Health Organization Gives Waikiki's Sand a Clean Bill of Health
LOCATION Concerns that a massive sewage spill polluted Waikiki's world-famous beaches all but washed away after a health group said the sand "seems" to be clean.
Almost a month after the city discharged millions of gallons of raw sewage into an open-ocean canal, leading to warnings being posted on some beaches, the group said tests on sand concluded that "it seems some of the areas are cleaner than what a lot of us worried they would be."
"I'm relieved to get these results and hope they bring some peace of mind to others," said former state legislator Tulsi Gabbard Tamayo, whose new group, Healthy Hawaii Coalition, decided to get the sand analyzed.
State Health Director Chiyome Fukino said there was no point in testing the sand after the spill because studies have never been able to link human illness to bacteria found in the sand.
"All the evidence that we have today says that the beaches are as safe now as they were before the sewage," she said. "We have not had any increase in the number of illnesses and the water is testing good."
Concern still lingered in the state Legislature, where the House and Senate considered resolutions that could lead to more formal testing of the beach sand wherever high bacteria levels were found in the water.
The latest testing, conducted by Hawaii Food & Water Testing, showed mostly acceptable levels of bacteria, with the worst results near a Kailua Beach boat ramp on the other side of the island from Waikiki. Pollution in that area was mostly from runoff caused by heavy rains.
Healthy Hawaii said it had the sand tested because reports of some beachgoers got ill.
Last month, Oliver Johnson, 34, a Honolulu mortgage broker, died days after plunging into sewage-contaminated waters and contracting a flesh-eating bacterial infection. His family blamed the polluted water, but a medical examiner's report noted Johnson also had other medical problems.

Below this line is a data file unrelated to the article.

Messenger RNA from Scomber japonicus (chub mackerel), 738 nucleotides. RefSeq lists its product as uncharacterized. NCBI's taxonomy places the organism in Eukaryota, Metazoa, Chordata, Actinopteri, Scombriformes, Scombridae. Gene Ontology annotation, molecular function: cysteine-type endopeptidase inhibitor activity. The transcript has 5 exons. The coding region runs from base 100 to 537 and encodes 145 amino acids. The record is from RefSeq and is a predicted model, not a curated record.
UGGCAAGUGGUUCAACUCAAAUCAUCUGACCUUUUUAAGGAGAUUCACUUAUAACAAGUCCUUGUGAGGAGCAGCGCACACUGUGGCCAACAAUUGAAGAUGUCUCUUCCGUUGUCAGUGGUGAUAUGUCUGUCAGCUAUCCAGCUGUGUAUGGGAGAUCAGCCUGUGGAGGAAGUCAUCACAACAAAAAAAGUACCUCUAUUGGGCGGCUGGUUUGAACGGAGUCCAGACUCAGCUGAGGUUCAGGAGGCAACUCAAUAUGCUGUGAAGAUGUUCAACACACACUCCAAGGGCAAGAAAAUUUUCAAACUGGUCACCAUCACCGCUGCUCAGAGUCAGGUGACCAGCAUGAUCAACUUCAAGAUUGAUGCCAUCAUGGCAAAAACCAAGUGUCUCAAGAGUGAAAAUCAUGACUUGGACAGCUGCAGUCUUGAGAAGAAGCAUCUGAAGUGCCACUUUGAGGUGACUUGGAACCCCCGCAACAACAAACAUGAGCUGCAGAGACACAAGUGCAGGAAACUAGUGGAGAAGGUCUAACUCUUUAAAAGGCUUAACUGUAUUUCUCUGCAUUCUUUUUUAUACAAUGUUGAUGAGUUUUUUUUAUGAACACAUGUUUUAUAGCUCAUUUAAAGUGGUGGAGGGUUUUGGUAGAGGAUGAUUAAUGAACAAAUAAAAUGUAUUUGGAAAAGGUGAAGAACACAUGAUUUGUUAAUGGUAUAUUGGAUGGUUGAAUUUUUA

Earlier this week, 65-year-old George Koenig said his doctors found a bacterial infection in his foot after he walked on Waikiki Beach.
The city decided to pump 48 million gallons of wastewater into the Ala Wai Canal after a sewer main burst March 24. Beach activity around the islands has been light in recent weeks, following record rainfall and runoff.
Workers fixed the underground pipe six days later, but by then, wastewater had spread into the ocean, prompting officials to post hundreds of signs along beaches warning of polluted water.
City and state officials tested water quality off Waikiki daily and began taking down the warning signs early this month, but the sand was not sampled before the testing by Tamayo's group.
Toni Komu, whose two young children were coated in sand while building castles at Ala Moana Beach on a sunny Friday afternoon, welcomed the news.
"I had been a little concerned about the quality of the sand when we got here this morning," said Komu, who avoided the beach for three weeks after the spill. "It's good to know that it's OK."